Chicken Literally

“They were … literally starving to death. …”

Somehow, baruch Hashem,the people in the article I was proofreading survived. But I was literally alarmed.

I shot off a message to the Proofreader in Chief … who gave me my orders: “We do pride ourselves in being most careful about editing. I think we should stick to our guns and not use ‘literally’ when the writer means ‘mamash.’”

The PIC’s terminologywas interesting. Mamash is popular among both chareidi and secular Israelis.

In 2013, mamash was a Haaretz Word of the Day: “One of the most common intensifiers you will hear in Hebrew is the versatile and useful mamash (mah-MAHSH)[yeshivish pronunciation is more like MAH-mish], which is often used to mean ‘really,’ ‘truly,’ ‘actually’ or ‘literally,’ but can also mean ‘exactly’ or ‘very,’ depending on the context.”

Mamash comes from a root word meaning touch or substance. L’mashmesh is to touch or feel something. Something with mamashus is tangible and substantive. That’s mamash a far cry from its figurative use.

Literal means “Of or relating to a letter or letters.” (Oxford English Dictionary — OED). That’s not as concrete as mamash, but it does have the weight of the letter of the law.

The sages of usage are all in agreement about using literally figuratively: DON’T!

H.W. Fowler, in A Dictionary of Modern English Usage:

“We have come to such a pass with this emphasizer that where the truth would require us to insert with a strong expression ‘not literally, of course, but in a manner of speaking,’ we do not hesitate to insert the very word we ought to be at pains to repudiate … such false coin makes honest traffic in words impossible.”

Eric Partridge, in Usage and Abusage:

Literally, when used, as it often is, as a mere intensive, is a slovenly colloquialism, its only correct use being to characterize exactness to the letter.”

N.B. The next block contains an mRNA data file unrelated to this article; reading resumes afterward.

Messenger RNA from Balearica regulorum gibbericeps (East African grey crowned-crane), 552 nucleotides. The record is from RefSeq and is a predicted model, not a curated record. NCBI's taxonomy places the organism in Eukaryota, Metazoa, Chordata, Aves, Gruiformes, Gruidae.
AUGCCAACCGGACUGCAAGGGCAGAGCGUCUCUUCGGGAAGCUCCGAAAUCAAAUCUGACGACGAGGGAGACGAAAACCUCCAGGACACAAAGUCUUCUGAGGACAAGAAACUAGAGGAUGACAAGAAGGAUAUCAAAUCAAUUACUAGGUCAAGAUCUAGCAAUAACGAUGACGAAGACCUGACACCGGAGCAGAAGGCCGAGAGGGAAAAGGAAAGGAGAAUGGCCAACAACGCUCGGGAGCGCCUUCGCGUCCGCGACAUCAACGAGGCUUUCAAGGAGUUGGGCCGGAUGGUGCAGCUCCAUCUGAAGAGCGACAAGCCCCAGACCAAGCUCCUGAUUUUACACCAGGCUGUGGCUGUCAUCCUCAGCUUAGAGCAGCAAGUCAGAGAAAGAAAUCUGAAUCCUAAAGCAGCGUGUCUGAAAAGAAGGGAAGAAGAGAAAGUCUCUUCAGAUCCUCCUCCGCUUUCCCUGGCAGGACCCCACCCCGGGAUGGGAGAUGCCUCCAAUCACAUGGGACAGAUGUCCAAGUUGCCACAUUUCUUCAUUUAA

William Safire, in On Language:

“‘Literal’ means ‘actual,’ without exaggeration, no fooling with metaphors. But for more than a century, it has also been misused to mean just the opposite; now, ‘literally’ is reaching a critical mass, when it will become a Humpty Dumpty word, meaning whatever the speaker chooses it to mean.”

“Humpty Dumpty word” comes from Alice’s adventure in Through the Looking Glass, whereLewis Carroll wrote:

“‘When I use a word,’ Humpty Dumpty said, in rather a scornful tone, ‘it means just what I choose it to mean — neither more nor less.’

‘The question is,’ said Alice, ‘whether you can make words mean so many different things.’

‘The question is,’ said Humpty Dumpty, ‘which is to be master — that’s all.’”

Brian Garner, in Garner’s Modern American Usage:

“When literally is used figuratively — to mean ‘emphatically,’ ‘metaphorically,’ or the like — the word is stretched paper-thin (but not literally).”

Then, in 2013, someone posted the result of a Google search for the word literally. The search results began with a definition:

“adverb: literally

1. in a literal manner or sense; exactly.

‘the driver took it literally when asked to go straight across the traffic circle’

synonyms: exactly, precisely, actually, really, truly…

2. informal — used for emphasis or to express strong feeling while not being literally true.

‘I have received literally thousands of letters’”

The writer of the post proclaimed, “We did it guys, we finally killed English.” Within nanoseconds, Chicken Literally, Henny Panic and company ran tweeting, cheeping and clucking down the information superhighway to tell the king, “The sky is falling.”

Ben Zimmer, language columnist for The Wall Street Journal, was utterly unimpressed by this “tempest in a teapot” over literally:

On Language Log blog, Zimmer wrote, “As the news pinged around the blogosphere, we got such fire-breathing headlines as ‘Society Crumbles as Google Admits ‘Literally’ Now Means ‘Figuratively’,’ ‘Google Sides With Traitors To The English Language Over Dictionary Definition Of ‘Literally’,’ ‘I Could Literally Die Right Now,’ and ‘It’s Official: The Internet Has Broken the English Language.’”

Zimmer quoted the OED, citing a figurative use going back to 1769 and including the following in its definition of literally:

“Now one of the most common uses, although often considered irregular in standard English since it reverses the original sense of literally (‘not figuratively or metaphorically’).” Other members of the linguirati also fail to see what all the fuss is about.

Still, after all is said and undone, words and meaning are sacred to me. It figuratively hurts me to see literally used to mean its literal opposite.

Thus — in tribute to word warriors past and present — I shall carry on the good fight. To my last drop of ink, I raise my pen and defend the glory of the literal meaning of literally.

Verily, I may be tilting at windmills. Yet, “I intend to do battle with them and slay them … for this is a righteous war and the removal of so foul a brood from off the face of the earth is a service G-d will bless.”


 

 Please send smiles, sticks and stones to language@hamodia.com.